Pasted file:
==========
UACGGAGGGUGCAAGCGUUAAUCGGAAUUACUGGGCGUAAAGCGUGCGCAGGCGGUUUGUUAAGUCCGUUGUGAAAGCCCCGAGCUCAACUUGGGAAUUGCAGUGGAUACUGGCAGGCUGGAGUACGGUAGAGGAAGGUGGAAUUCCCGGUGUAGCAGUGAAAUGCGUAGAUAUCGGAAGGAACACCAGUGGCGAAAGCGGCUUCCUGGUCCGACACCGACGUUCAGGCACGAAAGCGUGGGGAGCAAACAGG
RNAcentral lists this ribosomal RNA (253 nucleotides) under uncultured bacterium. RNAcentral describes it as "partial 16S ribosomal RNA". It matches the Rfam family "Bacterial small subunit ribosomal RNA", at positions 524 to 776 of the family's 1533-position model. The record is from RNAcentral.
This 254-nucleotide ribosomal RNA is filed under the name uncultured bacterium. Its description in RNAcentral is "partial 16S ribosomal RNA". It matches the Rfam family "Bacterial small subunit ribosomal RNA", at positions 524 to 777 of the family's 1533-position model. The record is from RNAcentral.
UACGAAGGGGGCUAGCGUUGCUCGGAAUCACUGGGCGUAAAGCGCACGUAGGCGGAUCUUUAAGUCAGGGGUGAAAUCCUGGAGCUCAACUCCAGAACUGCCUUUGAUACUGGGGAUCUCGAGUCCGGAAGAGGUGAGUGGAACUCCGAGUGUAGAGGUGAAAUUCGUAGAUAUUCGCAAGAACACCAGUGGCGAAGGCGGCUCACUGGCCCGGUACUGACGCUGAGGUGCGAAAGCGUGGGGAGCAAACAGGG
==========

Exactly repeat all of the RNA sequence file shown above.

UACGGAGGGUGCAAGCGUUAAUCGGAAUUACUGGGCGUAAAGCGUGCGCAGGCGGUUUGUUAAGUCCGUUGUGAAAGCCCCGAGCUCAACUUGGGAAUUGCAGUGGAUACUGGCAGGCUGGAGUACGGUAGAGGAAGGUGGAAUUCCCGGUGUAGCAGUGAAAUGCGUAGAUAUCGGAAGGAACACCAGUGGCGAAAGCGGCUUCCUGGUCCGACACCGACGUUCAGGCACGAAAGCGUGGGGAGCAAACAGG
RNAcentral lists this ribosomal RNA (253 nucleotides) under uncultured bacterium. RNAcentral describes it as "partial 16S ribosomal RNA". It matches the Rfam family "Bacterial small subunit ribosomal RNA", at positions 524 to 776 of the family's 1533-position model. The record is from RNAcentral.
This 254-nucleotide ribosomal RNA is filed under the name uncultured bacterium. Its description in RNAcentral is "partial 16S ribosomal RNA". It matches the Rfam family "Bacterial small subunit ribosomal RNA", at positions 524 to 777 of the family's 1533-position model. The record is from RNAcentral.
UACGAAGGGGGCUAGCGUUGCUCGGAAUCACUGGGCGUAAAGCGCACGUAGGCGGAUCUUUAAGUCAGGGGUGAAAUCCUGGAGCUCAACUCCAGAACUGCCUUUGAUACUGGGGAUCUCGAGUCCGGAAGAGGUGAGUGGAACUCCGAGUGUAGAGGUGAAAUUCGUAGAUAUUCGCAAGAACACCAGUGGCGAAGGCGGCUCACUGGCCCGGUACUGACGCUGAGGUGCGAAAGCGUGGGGAGCAAACAGGG